Because the shower arm 3 is exposed to view after installation, its exterior surface 11 is often provided with a decorative coating which is commonly chrome plating, but may even be gold or other precious metal plating in more elegant applications. It is important, therefore, that the exterior surface 11 not be marred or otherwise damaged during installation of the shower arm 3. For this reason, the tool 1 is designed to engage only the interior surface 9 of the shower arm 3, and not the exterior surface 11.

Referring again to FIG. 1, the tool 1 is preferably made of steel, though it is foreseen that other materials such as brass, aluminum, or high strength plastics could also be used. The tool 1 generally comprises a shaft 31 having a first end 33, a second end 35, and a bend 37 between the first and second ends. The shaft 31 is sized roughly ⅝″ in diameter so as to be receivable within the shower arm 3 through the second end 7 thereof. A first leg 39 of the shaft 31 extends from the first end 33 to the bend 37, and a second leg 41 of the shaft 31 extends from the bend 37 to the second end 35. The length of the first leg 39 is selected to be long enough to allow the first end 33 of the shaft 31 to extend into the bend 25 of the shower arm 3 when the tool 1 is fully inserted into the shower arm 3. The second leg 41 will serve as a handle by which the user will turn the shower arm 3 and is of a length selected to provide sufficient leverage to accomplish the task without interference with nearby structures such as the walls or ceiling of the shower enclosure.

Referring to FIG. 2, the bend 37 is at an angle selected to be approximately complementary to the angle of the bend 25 in the shower arm 3 so that when the first leg 39 of the shaft 31 is inserted into the second section 29 of the shower arm 3, the second leg 37 will be placed at a right angle to the first section 27 of the shower arm 3. This right angle orientation of the second leg 37 to the first section 27 of the shower arm will allow the user to turn the second leg 37 in a single plane while tightening the shower arm 3. Because the angle of the bend 25 of a standard shower arm 3 is roughly 45 degrees, the angle of the bend 37 of a tool 1 designed to install such a shower arm 3 will also be 45 degrees. (As used herein, the “angle of a bend” is the angle at which the respective tube, shaft, etc. deviates from a straight line, and not the resultant included angle.)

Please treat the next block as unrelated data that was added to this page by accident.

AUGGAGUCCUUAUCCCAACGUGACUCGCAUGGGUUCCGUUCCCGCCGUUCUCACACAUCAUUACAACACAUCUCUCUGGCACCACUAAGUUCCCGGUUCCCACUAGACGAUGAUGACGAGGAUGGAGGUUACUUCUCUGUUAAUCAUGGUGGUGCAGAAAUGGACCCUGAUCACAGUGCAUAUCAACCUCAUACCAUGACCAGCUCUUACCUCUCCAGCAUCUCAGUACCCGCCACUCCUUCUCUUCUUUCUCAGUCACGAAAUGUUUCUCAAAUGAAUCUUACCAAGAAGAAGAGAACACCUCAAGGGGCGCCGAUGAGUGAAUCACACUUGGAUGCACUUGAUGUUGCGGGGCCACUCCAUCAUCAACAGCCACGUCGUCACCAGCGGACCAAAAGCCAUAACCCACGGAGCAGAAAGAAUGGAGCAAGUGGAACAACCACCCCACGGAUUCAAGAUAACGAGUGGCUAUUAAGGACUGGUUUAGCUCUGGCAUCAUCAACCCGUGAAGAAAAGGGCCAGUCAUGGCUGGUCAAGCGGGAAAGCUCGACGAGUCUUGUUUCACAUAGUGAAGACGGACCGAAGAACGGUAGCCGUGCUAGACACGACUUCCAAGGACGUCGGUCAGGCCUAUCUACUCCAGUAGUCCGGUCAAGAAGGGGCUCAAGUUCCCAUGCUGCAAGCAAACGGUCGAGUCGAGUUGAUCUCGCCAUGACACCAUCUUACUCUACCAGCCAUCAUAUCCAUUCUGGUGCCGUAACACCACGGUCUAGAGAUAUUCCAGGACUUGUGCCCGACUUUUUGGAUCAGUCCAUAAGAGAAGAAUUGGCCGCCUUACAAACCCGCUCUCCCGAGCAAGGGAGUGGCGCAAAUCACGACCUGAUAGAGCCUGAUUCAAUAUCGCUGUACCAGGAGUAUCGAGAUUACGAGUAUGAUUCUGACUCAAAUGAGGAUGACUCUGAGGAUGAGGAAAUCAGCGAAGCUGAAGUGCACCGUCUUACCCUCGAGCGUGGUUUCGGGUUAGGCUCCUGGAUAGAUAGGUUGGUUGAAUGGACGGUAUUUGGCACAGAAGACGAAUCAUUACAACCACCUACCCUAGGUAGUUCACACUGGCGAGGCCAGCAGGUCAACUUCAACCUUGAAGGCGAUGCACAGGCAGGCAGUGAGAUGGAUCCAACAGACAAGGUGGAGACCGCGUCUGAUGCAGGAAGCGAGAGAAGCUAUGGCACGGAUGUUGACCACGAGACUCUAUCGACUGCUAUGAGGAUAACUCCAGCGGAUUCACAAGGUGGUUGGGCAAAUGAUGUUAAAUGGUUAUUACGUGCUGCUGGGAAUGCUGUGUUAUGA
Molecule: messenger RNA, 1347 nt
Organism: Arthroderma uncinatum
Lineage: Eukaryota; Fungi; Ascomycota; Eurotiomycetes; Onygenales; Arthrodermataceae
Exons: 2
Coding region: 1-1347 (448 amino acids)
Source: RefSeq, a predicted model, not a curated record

The first end 33 of the tool 1 is shaped to conform to and engage a portion of the interior surface 9 of the bend 25 of the shower arm 3 so as to prevent the tool 1 from rotating relative to the shower arm 3. To such end, the first end 33 includes a bluntly pointed tip 43 and is curved longitudinally therefrom in a convex arc 45 selected to approximately match the interior curve of the bend 25 in the shower arm 3. In addition, the first end 33 is curved laterally in a convex arc 47 selected to approximately match the interior radius of the tubing 4 (see FIG. 1a). The resulting shape is that of a flattened dome surface 49 which angles inwardly from the tip 43.

Optionally, the tool 1 may incorporate a fork 51 connected to the second end 35 of the shaft 31 which is used to push a compression fit adapter 21 into position on a stub out 53 of the supply pipe 17. As generally shown in FIG. 5, such adapters 21 include a central opening 55 sized to receive the stub out 53 with an integral ferrule 57 positioned therein. The threaded receiver 15 is positioned concentrically with the ferrule 57 such that as the shower arm 3 is tightened into the receiver 15, the first end 5 of the shower arm 3 engages the ferrule 57 and compresses it against the stub out 53, sealing the joint. The adapter 21 may further be equipped with a metal one-way gripper ring 59 which is configured to allow the adapter 21 to be slid over the stub out but not retracted off of it. An O-ring 61 may be held in position by the gripper ring 59 to provide a tight seal against the stub out 53. When installing an adapter 21, it must be slid onto the stub out 53 and pushed along the stub out 53 until a base flange 63 of the adapter 21 engages the wall 18. Because the ferrule 57, gripper ring 59 and O-ring 61 all must fit tightly against the stub out 53, they collectively provide some resistance to sliding the adapter 21 along the stub out 53. It is, therefore, useful to have a tool such as the fork 51 for pushing the adapter 21. The fork 51 includes a pair of prongs 65 positioned on opposite sides of a gap 67 sized to receive the stub out 53 and having a closed end 69 curved to generally match the outer circumference of the stub out 53.